Oct 29 2008

Laptop and traveling precautions

Category: Laptop SecurityDISC @ 12:58 am

Laptop security

Best practice emphasize the fact to backup the data if you can’t live without it, in the same way a traveler must avoid taking sensitive data on the road unless it’s absolutely necessary to do so. If you do plan to take sensitive data with you on the laptop, the necessary security controls must be implemented and go with the sensitive data. The data protection controls should be based on your information security policy data classification.

The laptop hardware itself is only worth few hundred dollars these days, but on the other hand it’s hard to put a price tag on the exposed data which may have a drastic impact on your organization, especially these days when most of the organizations are at the edge due to financial chaos.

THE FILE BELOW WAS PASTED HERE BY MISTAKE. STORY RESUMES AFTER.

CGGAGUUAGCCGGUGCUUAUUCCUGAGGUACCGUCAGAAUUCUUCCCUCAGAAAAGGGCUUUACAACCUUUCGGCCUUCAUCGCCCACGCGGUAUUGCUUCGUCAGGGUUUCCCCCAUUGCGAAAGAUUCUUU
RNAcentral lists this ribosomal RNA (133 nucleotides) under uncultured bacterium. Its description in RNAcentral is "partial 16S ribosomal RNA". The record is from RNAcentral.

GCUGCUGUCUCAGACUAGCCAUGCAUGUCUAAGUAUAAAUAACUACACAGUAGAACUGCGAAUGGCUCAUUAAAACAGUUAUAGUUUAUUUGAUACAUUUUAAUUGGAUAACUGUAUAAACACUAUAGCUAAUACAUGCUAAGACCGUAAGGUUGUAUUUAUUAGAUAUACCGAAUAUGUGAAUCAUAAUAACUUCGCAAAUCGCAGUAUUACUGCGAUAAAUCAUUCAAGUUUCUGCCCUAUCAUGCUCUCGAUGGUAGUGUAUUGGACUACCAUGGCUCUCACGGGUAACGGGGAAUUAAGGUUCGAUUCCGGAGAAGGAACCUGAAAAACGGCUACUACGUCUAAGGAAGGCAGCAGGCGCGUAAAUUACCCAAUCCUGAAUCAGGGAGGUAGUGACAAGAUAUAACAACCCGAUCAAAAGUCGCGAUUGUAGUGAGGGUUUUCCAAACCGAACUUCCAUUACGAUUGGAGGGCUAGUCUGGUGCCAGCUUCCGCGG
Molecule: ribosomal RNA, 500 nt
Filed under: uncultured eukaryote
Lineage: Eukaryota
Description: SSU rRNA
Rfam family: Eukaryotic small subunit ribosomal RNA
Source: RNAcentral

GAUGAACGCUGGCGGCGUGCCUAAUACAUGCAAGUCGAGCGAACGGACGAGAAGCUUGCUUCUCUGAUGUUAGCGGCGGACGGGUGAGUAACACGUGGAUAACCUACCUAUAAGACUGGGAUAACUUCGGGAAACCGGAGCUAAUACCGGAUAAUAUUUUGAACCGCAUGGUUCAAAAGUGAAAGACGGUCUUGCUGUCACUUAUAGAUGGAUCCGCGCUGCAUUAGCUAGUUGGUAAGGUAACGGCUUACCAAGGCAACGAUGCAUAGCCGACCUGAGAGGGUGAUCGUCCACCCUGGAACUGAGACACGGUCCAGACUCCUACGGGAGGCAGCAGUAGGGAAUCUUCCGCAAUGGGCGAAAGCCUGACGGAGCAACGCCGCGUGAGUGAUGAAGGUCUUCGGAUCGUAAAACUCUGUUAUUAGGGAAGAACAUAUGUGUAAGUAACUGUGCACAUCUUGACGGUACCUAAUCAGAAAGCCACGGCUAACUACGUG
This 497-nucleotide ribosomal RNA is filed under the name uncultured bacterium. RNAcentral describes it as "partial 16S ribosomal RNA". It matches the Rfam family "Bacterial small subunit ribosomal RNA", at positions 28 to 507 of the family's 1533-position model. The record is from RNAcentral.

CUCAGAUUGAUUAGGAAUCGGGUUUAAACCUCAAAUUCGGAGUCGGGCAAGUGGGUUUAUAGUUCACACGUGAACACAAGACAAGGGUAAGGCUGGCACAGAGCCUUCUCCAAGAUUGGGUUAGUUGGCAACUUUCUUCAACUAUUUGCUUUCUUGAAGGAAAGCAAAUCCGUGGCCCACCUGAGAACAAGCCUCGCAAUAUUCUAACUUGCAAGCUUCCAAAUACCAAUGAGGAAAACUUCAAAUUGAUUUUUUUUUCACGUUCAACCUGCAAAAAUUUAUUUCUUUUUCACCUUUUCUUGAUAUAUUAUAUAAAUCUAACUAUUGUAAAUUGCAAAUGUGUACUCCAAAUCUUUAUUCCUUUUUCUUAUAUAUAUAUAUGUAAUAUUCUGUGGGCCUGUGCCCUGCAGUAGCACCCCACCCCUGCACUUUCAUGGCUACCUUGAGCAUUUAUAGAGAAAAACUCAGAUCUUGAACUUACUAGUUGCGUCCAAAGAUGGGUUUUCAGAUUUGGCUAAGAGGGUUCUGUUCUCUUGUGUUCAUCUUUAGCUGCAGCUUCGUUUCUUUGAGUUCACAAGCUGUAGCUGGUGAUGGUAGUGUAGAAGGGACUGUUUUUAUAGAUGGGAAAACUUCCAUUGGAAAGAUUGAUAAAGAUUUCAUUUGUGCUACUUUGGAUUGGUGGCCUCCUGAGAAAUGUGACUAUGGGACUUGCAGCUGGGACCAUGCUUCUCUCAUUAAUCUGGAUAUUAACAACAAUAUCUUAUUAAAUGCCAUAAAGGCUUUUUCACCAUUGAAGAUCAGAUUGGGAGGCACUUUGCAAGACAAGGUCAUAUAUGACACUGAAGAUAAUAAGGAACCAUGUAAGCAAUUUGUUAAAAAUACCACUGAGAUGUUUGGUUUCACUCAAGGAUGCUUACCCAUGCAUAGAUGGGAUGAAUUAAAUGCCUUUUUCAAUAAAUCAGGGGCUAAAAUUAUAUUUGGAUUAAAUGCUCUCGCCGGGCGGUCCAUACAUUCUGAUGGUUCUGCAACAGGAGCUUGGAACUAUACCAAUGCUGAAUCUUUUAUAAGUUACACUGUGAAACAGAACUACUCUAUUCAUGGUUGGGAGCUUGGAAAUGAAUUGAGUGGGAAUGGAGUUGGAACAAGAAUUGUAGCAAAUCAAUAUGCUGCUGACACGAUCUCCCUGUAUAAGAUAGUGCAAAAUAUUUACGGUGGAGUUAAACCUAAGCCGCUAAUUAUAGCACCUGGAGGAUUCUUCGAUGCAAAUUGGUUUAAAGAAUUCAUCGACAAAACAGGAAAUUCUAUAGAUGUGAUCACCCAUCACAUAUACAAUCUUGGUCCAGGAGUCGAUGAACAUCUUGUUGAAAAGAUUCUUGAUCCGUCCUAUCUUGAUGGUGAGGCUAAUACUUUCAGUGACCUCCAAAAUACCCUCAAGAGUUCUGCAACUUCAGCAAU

Frequent travelers know it’s possible to lose a laptop or lose data because laptop may become inoperable due to hardware malfunction. Planning an important business trip should include encrypting sensitive data and backup on a remote website (Carbonite). So in case you lose your laptop or it’s is inoperable for some reason, you can remotely recover backed up files from site within reasonable time.


Here is how you can encrypt your data on Windows laptop with built-in utility EFS

1. Create a new folder, and name the folder Private.
2. Right click the new folder and choose properties
3. Click advanced button
4. Check encrypt contents to secure data box and then click OK, Apply and OK again.